Poetry Explorer- Classic Contemporary Poetry, PICTURES FROM APPLEDORE: 1, by JAMES RUSSELL LOWELL

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PICTURES FROM APPLEDORE: 1, by             Poet's Biography
First Line: A heap of bare and splintery crags
Last Line: In the blackness where they wallow about.
Subject(s): Isles Of Shoals, New Hampshire

A HEAP of bare and splintery crags
Tumbled about by lightning and frost,
With rifts and chasms and storm-bleached jags,
That wait and growl for a ship to be lost;
No island, but rather the skeleton
Of a wrecked and vengeance-smitten one,
Where, aeons ago, with half-shut eye,
The sluggish saurian crawled to die,
Gasping under titanic ferns;
Ribs of rock that seaward jut,
Granite shoulders and boulders and snags,
Round which, though the winds in heaven be shut,
The nightmared ocean murmurs and yearns,
Welters, and swashes, and tosses, and turns,
And the dreary black seaweed lolls and wags;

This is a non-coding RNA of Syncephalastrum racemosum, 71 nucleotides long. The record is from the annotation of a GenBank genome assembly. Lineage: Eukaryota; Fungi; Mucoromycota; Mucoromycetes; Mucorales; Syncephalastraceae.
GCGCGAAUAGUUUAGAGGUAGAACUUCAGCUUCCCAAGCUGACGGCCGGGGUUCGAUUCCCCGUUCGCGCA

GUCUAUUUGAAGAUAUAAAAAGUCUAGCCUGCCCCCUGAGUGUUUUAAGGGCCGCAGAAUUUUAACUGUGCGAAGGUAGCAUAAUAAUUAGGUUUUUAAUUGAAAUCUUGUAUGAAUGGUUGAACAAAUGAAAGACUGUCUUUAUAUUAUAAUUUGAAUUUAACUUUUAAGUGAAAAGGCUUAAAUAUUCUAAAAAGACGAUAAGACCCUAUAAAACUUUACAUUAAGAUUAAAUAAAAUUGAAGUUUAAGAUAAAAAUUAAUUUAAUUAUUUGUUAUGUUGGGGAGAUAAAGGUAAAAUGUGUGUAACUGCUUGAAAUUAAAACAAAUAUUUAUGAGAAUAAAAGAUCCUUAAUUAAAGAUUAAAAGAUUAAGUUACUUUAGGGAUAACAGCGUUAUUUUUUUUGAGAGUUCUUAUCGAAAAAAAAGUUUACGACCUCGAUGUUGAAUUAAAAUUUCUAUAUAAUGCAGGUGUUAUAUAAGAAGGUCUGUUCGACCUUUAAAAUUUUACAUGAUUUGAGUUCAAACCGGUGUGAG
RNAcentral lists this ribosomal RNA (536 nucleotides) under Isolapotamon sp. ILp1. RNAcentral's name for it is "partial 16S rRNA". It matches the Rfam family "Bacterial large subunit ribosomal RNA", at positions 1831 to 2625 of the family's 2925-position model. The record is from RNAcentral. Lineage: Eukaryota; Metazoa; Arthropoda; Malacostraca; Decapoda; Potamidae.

Only rock from shore to shore,
Only a moan through the bleak clefts blown,
With sobs in the rifts where the coarse kelp shifts,
Falling and lifting, tossing and drifting,
And under all a deep, dull roar,
Dying and swelling, forevermore, --
Rock and moan and roar alone,
And the dread of some nameless thing unknown,
These make Appledore.

These make Appledore by night:
Then there are monsters left and right;
Every rock is a different monster;
All you have read of, fancied, dreamed,
When you waked at night because you screamed,
There they lie for half a mile,
Jumbled together in a pile,
And (though you know they never once stir),
If you look long, they seem to be moving
Just as plainly as plain can be,
Crushing and crowding, wading and shoving
Out into the awful sea,
Where you can hear them snort and spout
With pauses between, as if they were listening,
Then tumult anon when the surf breaks glistening
In the blackness where they wallow about.

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